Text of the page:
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Fact Sheet: Contraceptive Mandates
In the debate about whether state and federal law should mandate contraceptive coverage, advocates have
made numerous false claims about the supposed need for and effects of the mandates. Myth: "Failure to cover contraception constitutes sex discrimination." Facts:
Most health plans do not cover purely elective procedures or services. Some health plans do not
cover contraception or sterilization procedures for either men or women. These plans are not
discriminatory, because they treat men and women equally in terms of coverage of benefits.
Proponents of contraceptive mandates argue that because some health plans voluntarily cover Viagra all
health plans should be required by law to cover contraception. But Viagra, used properly, treats a medical
condition and restores reproductive function while contraception does just the opposite. Myth: "Contraceptive mandates will reduce the abortion rate by half." Facts:
More than half (58%) of all abortion patients were using contraception during the month when they
became pregnant.1 Only 11% of abortion patients have never used a method of contraception.2 Moreover,
studies have shown that once contraception is more widely available, abortion rates may actually rise.3 In
Maryland, for example, the first state to enact a contraceptive mandate, the number of abortions rose by
1,226 the year after the mandate took effect.4 Myth: Contraception is basic health care. Facts:
Contraception is an elective intervention that stops the healthy functioning of healthy women's
reproductive systems. Medically it is infertility, not fertility, that is generally considered a disorder to be
treated. Contraceptives also have numerous side-effects and risks of serious complications. Proponents of
contraceptive mandates have also obscured important consequences of many of these mandates. Most
contraceptive mandate laws and proposed legislation, including the proposed federal mandate ("EPICC")
Violate rights of conscience.
Seventeen states have passed contraceptive mandates and one state
has adopted such a mandate by administrative regulation. Of these eighteen states, only one
protects the moral and religious beliefs of individuals and entities who object to contraception.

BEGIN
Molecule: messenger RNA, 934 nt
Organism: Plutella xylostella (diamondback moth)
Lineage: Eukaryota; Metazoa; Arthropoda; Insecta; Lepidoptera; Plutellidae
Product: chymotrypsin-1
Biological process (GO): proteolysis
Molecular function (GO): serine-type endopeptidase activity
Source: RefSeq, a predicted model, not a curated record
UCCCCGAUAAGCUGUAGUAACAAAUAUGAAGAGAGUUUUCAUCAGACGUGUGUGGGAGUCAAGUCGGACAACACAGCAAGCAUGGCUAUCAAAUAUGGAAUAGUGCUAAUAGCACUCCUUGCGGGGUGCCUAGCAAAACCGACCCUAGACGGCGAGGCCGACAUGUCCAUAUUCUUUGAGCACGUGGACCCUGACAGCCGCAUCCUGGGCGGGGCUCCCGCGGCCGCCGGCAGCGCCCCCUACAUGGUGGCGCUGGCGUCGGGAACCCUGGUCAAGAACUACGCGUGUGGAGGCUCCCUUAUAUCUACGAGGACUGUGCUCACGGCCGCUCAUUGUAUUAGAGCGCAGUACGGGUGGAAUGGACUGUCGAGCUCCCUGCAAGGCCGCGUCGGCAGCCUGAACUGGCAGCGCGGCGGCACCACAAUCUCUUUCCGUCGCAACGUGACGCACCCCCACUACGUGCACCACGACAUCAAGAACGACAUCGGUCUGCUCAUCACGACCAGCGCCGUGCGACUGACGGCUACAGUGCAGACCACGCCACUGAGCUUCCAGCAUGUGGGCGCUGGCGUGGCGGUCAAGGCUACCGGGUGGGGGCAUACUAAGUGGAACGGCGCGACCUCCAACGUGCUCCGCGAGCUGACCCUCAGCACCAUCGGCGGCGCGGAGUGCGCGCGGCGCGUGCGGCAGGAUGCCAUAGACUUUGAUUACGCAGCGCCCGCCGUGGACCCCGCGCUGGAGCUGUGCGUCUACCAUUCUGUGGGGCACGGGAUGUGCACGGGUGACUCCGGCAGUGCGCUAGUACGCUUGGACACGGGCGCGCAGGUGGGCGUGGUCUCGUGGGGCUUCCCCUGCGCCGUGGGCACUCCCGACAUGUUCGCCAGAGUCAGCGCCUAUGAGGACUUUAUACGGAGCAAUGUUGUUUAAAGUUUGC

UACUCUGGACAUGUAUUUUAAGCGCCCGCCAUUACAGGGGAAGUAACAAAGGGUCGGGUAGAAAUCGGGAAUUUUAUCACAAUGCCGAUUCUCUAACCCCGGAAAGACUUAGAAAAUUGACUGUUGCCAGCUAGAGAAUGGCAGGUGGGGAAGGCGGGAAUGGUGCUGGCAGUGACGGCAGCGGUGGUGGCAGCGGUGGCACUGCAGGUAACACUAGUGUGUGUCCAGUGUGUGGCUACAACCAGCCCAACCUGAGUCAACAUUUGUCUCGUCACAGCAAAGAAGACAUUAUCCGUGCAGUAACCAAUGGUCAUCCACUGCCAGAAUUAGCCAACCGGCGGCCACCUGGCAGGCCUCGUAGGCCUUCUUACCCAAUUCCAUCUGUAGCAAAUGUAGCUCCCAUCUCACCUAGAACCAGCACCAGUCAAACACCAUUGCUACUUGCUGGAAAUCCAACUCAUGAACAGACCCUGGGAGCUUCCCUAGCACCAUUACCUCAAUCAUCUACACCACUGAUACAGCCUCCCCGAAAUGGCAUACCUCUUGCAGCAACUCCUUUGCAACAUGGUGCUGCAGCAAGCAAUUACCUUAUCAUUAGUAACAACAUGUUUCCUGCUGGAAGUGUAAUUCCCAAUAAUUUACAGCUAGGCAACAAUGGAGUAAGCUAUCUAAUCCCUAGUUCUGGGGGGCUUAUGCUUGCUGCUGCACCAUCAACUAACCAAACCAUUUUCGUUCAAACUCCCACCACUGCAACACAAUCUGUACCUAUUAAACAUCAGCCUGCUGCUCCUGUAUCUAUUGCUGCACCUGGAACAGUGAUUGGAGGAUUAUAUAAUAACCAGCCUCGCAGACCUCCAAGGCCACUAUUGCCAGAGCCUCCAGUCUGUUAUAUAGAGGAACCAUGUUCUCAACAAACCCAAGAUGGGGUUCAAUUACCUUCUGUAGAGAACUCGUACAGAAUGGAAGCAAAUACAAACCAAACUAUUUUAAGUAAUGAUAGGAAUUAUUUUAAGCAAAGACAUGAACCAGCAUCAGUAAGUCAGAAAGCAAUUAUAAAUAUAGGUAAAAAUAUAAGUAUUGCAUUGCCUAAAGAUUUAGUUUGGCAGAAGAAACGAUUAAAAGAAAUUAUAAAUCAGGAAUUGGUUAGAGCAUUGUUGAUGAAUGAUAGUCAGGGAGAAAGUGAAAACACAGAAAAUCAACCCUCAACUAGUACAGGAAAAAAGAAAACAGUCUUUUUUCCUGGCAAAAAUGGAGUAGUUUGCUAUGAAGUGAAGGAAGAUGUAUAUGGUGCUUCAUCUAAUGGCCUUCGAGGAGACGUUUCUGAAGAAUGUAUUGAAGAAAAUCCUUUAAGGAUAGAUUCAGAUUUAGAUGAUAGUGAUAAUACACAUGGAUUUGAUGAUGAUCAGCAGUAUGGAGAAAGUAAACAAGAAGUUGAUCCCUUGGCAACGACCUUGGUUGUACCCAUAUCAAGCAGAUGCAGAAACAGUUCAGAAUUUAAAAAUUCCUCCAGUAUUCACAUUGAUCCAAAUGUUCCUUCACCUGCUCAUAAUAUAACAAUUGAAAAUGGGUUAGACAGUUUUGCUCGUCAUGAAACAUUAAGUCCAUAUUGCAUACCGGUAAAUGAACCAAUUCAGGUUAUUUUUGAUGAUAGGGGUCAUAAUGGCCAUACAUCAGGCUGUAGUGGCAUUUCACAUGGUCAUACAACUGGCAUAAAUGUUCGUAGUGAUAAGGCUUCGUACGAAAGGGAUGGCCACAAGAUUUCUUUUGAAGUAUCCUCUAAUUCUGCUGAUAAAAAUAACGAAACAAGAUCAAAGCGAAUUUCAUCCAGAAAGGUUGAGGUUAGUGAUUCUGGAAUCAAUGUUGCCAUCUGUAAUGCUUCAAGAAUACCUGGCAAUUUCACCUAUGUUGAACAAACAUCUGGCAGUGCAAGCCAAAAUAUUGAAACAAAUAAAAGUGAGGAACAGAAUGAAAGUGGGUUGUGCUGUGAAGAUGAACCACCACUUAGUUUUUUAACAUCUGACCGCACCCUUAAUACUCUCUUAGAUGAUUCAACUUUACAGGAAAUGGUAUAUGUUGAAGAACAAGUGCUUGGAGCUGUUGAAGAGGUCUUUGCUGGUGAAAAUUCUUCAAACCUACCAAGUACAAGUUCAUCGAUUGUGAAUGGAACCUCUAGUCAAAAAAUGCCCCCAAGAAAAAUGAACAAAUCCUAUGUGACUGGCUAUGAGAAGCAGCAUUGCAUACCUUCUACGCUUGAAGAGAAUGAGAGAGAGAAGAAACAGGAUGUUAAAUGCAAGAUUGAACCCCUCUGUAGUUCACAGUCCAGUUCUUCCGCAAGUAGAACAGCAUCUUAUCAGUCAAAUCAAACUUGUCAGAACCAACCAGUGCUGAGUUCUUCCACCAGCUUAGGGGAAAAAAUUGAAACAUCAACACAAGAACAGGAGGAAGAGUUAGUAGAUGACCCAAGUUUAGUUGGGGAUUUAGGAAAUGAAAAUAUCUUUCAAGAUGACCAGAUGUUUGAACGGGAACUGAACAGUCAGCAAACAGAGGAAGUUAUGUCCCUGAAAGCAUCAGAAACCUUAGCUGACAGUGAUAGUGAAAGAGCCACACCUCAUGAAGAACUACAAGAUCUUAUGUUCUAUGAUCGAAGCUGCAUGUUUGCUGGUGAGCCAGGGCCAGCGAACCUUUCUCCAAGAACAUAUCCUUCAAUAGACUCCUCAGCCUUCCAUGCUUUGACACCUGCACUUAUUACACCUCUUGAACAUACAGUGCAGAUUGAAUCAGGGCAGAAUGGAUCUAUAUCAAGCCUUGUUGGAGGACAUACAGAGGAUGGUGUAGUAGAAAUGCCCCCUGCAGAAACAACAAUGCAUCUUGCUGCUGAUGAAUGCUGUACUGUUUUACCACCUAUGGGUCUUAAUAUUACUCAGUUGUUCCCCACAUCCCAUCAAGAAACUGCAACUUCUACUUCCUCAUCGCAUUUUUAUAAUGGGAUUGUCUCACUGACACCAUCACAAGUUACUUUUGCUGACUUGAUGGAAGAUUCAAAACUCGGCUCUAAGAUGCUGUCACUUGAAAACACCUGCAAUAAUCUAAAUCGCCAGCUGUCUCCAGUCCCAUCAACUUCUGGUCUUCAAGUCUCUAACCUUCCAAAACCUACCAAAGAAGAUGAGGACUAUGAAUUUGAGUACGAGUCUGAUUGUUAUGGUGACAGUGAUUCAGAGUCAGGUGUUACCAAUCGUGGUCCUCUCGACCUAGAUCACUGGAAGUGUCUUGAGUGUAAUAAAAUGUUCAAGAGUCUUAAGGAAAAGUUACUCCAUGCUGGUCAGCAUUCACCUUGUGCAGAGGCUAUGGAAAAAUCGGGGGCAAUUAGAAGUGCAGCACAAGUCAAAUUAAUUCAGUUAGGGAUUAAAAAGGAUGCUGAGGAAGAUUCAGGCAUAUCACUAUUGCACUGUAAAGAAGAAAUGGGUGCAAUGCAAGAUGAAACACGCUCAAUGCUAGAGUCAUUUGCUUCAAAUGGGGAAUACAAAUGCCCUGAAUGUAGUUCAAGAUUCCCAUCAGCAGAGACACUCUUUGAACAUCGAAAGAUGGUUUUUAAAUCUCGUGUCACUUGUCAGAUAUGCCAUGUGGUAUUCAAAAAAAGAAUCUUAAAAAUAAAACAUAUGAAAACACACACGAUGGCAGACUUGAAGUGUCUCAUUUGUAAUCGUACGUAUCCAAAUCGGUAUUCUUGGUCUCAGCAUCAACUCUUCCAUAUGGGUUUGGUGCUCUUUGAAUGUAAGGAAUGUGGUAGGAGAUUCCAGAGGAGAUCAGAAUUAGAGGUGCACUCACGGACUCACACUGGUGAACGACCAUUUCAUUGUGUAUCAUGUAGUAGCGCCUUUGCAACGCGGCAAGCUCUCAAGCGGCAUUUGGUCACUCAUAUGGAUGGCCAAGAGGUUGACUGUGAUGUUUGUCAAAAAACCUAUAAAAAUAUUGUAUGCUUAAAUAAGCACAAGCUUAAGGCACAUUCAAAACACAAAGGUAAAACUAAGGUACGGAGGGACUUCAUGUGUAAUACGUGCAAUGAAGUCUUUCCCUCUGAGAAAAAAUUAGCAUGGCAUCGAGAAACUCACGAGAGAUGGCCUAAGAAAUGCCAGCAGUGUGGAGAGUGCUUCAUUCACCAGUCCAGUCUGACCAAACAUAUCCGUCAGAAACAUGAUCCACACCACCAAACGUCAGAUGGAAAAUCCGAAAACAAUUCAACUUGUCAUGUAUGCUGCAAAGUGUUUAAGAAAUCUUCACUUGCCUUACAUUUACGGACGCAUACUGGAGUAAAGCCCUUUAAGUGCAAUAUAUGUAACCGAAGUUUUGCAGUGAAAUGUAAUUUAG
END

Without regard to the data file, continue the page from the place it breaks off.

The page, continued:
Thirteen protect the conscience of religious employers but of these, six have adopted such narrow
definitions of "religious employer" that many Catholic organizations do not qualify for the
conscience protection. The proposed federal mandate would explicitly override existing
conscience protection in the state mandates, requiring all
religious employers (including the
United States Conference of Catholic Bishops) to provide contraceptives.
Cover so-called "emergency contraception," which has primarily an abortifacient effect.
"Emergency Contraceptives" are multiple dose oral contraceptives taken after intercourse. The
pills have four possible mechanisms: (1) suppressing ovulation, (2) altering cervical mucus to
hinder the transport of sperm, (3) slowing the transport of the ovum and (4) inhibiting
implantation of the newly conceived human embryo. This last mode of action ends the life of a
developing human being and is therefore abortifacient. In fact, "[t]his mode of action could
explain the majority of cases where pregnancies are prevented by the morning-after pill."11
Because of its misleading nomenclature and its approval as a "contraceptive" by the FDA,
"emergency contraception" is mandated by almost all state contraceptive mandates. Only one state
(North Carolina) has expressly excluded "emergency contraception" from its mandate.
Undermine parental rights.
Once contraception becomes a mandated prescription benefit, the
benefit will apply to all beneficiaries of the health plan, including minor children. And in many
cases, physicians are allowed to provide contraceptives to minors without parental consent, so
children will often be able to obtain contraception covertly.12 In HMOs, where a family is covered
for all services by one capitated fee, parents may not receive any notification that their child has
been given a prescription contraceptive drug.
NIH Public Access Author Manuscript Curr Diab Rep . Author manuscript. Interventions to Preserve Beta-Cell Function in the Management and Prevention of Type 2 Diabetes Kathleen A. Page and Division of Endocrinology and Diabetes, Department of Internal Medicine, Keck School of Medicine, University of Southern California, 1333 San Pablo Street; BMT-B11, Los Angeles, CA 90033, USA Tam
Glucosamine, Chondroitin Sulfate, and the Two in Combination Daniel O. Clegg, M.D., Domenic J. Reda, Ph.D., Crystal L. Harris, Pharm.D., Marguerite A. Klein, M.S., James R. O’Dell, M.D., Michele M. Hooper, M.D., John D. Bradley, M.D., Clifton O. Bingham III, M.D., Michael H. Weisman, M.D., Christopher G. Jackson, M.D., Nancy E. Lane, M.D., John J. Cush, M.D., Larry W. Moreland, M.D., H. Ralp